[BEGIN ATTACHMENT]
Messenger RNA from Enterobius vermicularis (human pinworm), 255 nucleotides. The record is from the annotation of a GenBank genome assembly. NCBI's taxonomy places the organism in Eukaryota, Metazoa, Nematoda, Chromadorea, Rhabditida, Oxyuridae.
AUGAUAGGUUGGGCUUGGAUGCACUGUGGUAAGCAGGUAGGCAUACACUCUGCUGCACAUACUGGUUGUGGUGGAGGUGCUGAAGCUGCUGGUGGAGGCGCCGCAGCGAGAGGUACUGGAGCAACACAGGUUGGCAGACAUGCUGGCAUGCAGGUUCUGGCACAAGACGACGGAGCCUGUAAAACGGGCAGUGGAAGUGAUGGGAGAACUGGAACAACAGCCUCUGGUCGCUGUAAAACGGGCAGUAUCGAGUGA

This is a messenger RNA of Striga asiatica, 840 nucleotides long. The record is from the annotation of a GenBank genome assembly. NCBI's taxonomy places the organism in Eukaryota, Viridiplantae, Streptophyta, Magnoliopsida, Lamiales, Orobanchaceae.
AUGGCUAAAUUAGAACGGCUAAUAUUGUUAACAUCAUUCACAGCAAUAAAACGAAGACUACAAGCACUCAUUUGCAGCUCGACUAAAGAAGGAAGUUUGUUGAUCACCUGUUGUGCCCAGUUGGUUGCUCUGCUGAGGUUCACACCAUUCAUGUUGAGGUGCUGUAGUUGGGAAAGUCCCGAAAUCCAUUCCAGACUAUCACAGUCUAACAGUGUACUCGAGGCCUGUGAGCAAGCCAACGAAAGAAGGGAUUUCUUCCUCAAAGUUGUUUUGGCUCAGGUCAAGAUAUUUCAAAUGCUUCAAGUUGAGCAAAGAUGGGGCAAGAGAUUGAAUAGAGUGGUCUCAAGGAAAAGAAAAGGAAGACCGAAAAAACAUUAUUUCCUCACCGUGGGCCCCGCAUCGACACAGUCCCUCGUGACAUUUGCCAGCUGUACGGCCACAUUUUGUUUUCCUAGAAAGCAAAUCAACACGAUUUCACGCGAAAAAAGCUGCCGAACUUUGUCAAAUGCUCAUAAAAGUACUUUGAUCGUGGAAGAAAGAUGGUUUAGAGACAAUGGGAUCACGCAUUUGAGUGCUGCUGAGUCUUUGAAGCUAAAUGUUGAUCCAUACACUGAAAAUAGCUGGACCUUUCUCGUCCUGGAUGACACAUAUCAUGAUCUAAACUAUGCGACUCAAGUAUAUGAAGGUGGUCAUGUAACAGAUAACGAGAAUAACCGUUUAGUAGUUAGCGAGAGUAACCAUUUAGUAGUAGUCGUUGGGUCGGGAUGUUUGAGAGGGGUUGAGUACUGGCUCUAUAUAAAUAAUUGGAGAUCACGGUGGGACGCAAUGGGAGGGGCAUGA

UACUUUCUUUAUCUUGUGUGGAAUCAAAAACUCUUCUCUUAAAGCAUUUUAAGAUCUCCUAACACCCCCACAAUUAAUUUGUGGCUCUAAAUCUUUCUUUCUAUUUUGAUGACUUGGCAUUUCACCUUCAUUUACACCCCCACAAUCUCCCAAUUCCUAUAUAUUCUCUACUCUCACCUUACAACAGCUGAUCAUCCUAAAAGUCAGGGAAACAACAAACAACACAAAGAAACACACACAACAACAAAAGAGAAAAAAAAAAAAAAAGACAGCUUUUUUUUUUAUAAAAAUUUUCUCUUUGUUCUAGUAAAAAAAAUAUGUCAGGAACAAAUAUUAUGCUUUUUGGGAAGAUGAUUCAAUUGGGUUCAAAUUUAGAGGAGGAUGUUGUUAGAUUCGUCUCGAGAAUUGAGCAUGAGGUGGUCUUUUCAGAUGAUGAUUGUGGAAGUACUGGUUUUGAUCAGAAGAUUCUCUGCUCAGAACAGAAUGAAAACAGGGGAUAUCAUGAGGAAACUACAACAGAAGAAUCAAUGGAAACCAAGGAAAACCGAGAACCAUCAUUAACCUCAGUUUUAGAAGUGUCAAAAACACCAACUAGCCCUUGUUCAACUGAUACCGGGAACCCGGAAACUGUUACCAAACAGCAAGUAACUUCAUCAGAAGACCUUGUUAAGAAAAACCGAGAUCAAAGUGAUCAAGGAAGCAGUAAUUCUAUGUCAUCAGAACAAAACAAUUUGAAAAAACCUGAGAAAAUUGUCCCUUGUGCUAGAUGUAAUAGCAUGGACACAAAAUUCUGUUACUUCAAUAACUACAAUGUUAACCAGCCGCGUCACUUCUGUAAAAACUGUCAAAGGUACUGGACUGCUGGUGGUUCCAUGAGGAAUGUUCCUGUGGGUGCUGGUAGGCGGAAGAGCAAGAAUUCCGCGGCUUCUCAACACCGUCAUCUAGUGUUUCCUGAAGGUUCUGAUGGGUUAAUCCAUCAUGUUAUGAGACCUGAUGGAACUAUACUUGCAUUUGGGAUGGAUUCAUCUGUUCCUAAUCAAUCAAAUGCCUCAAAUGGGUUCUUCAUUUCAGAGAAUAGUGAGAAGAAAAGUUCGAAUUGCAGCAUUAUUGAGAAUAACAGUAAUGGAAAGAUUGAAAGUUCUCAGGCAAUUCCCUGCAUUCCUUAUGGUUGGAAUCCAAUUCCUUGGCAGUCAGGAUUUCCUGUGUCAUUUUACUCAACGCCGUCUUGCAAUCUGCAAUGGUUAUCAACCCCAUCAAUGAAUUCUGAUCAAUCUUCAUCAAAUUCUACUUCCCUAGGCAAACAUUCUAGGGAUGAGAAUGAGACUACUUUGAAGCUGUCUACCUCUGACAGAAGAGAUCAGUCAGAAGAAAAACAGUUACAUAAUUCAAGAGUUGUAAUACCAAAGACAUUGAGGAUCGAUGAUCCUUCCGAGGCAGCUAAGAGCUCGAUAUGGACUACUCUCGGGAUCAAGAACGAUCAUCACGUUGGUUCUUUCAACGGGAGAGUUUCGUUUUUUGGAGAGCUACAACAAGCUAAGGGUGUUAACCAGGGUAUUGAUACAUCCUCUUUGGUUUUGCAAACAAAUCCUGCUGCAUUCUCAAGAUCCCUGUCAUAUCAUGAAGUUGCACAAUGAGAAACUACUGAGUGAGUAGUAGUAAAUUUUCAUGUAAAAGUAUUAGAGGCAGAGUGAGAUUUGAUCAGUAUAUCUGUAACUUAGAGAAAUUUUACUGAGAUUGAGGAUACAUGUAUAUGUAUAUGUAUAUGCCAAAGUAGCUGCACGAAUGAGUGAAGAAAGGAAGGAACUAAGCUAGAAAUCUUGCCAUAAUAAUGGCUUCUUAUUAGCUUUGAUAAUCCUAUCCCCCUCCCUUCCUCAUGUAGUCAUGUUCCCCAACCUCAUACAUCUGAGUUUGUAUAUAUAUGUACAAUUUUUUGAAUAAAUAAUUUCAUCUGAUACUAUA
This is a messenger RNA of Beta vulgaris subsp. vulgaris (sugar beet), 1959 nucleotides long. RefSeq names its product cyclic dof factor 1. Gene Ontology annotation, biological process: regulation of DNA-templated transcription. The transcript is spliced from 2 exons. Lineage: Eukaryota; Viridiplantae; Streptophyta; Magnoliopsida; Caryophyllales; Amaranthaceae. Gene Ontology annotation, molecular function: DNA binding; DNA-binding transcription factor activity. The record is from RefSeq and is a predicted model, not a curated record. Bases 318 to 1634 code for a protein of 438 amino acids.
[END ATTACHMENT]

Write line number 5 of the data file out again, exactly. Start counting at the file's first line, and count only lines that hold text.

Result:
UACUUUCUUUAUCUUGUGUGGAAUCAAAAACUCUUCUCUUAAAGCAUUUUAAGAUCUCCUAACACCCCCACAAUUAAUUUGUGGCUCUAAAUCUUUCUUUCUAUUUUGAUGACUUGGCAUUUCACCUUCAUUUACACCCCCACAAUCUCCCAAUUCCUAUAUAUUCUCUACUCUCACCUUACAACAGCUGAUCAUCCUAAAAGUCAGGGAAACAACAAACAACACAAAGAAACACACACAACAACAAAAGAGAAAAAAAAAAAAAAAGACAGCUUUUUUUUUUAUAAAAAUUUUCUCUUUGUUCUAGUAAAAAAAAUAUGUCAGGAACAAAUAUUAUGCUUUUUGGGAAGAUGAUUCAAUUGGGUUCAAAUUUAGAGGAGGAUGUUGUUAGAUUCGUCUCGAGAAUUGAGCAUGAGGUGGUCUUUUCAGAUGAUGAUUGUGGAAGUACUGGUUUUGAUCAGAAGAUUCUCUGCUCAGAACAGAAUGAAAACAGGGGAUAUCAUGAGGAAACUACAACAGAAGAAUCAAUGGAAACCAAGGAAAACCGAGAACCAUCAUUAACCUCAGUUUUAGAAGUGUCAAAAACACCAACUAGCCCUUGUUCAACUGAUACCGGGAACCCGGAAACUGUUACCAAACAGCAAGUAACUUCAUCAGAAGACCUUGUUAAGAAAAACCGAGAUCAAAGUGAUCAAGGAAGCAGUAAUUCUAUGUCAUCAGAACAAAACAAUUUGAAAAAACCUGAGAAAAUUGUCCCUUGUGCUAGAUGUAAUAGCAUGGACACAAAAUUCUGUUACUUCAAUAACUACAAUGUUAACCAGCCGCGUCACUUCUGUAAAAACUGUCAAAGGUACUGGACUGCUGGUGGUUCCAUGAGGAAUGUUCCUGUGGGUGCUGGUAGGCGGAAGAGCAAGAAUUCCGCGGCUUCUCAACACCGUCAUCUAGUGUUUCCUGAAGGUUCUGAUGGGUUAAUCCAUCAUGUUAUGAGACCUGAUGGAACUAUACUUGCAUUUGGGAUGGAUUCAUCUGUUCCUAAUCAAUCAAAUGCCUCAAAUGGGUUCUUCAUUUCAGAGAAUAGUGAGAAGAAAAGUUCGAAUUGCAGCAUUAUUGAGAAUAACAGUAAUGGAAAGAUUGAAAGUUCUCAGGCAAUUCCCUGCAUUCCUUAUGGUUGGAAUCCAAUUCCUUGGCAGUCAGGAUUUCCUGUGUCAUUUUACUCAACGCCGUCUUGCAAUCUGCAAUGGUUAUCAACCCCAUCAAUGAAUUCUGAUCAAUCUUCAUCAAAUUCUACUUCCCUAGGCAAACAUUCUAGGGAUGAGAAUGAGACUACUUUGAAGCUGUCUACCUCUGACAGAAGAGAUCAGUCAGAAGAAAAACAGUUACAUAAUUCAAGAGUUGUAAUACCAAAGACAUUGAGGAUCGAUGAUCCUUCCGAGGCAGCUAAGAGCUCGAUAUGGACUACUCUCGGGAUCAAGAACGAUCAUCACGUUGGUUCUUUCAACGGGAGAGUUUCGUUUUUUGGAGAGCUACAACAAGCUAAGGGUGUUAACCAGGGUAUUGAUACAUCCUCUUUGGUUUUGCAAACAAAUCCUGCUGCAUUCUCAAGAUCCCUGUCAUAUCAUGAAGUUGCACAAUGAGAAACUACUGAGUGAGUAGUAGUAAAUUUUCAUGUAAAAGUAUUAGAGGCAGAGUGAGAUUUGAUCAGUAUAUCUGUAACUUAGAGAAAUUUUACUGAGAUUGAGGAUACAUGUAUAUGUAUAUGUAUAUGCCAAAGUAGCUGCACGAAUGAGUGAAGAAAGGAAGGAACUAAGCUAGAAAUCUUGCCAUAAUAAUGGCUUCUUAUUAGCUUUGAUAAUCCUAUCCCCCUCCCUUCCUCAUGUAGUCAUGUUCCCCAACCUCAUACAUCUGAGUUUGUAUAUAUAUGUACAAUUUUUUGAAUAAAUAAUUUCAUCUGAUACUAUA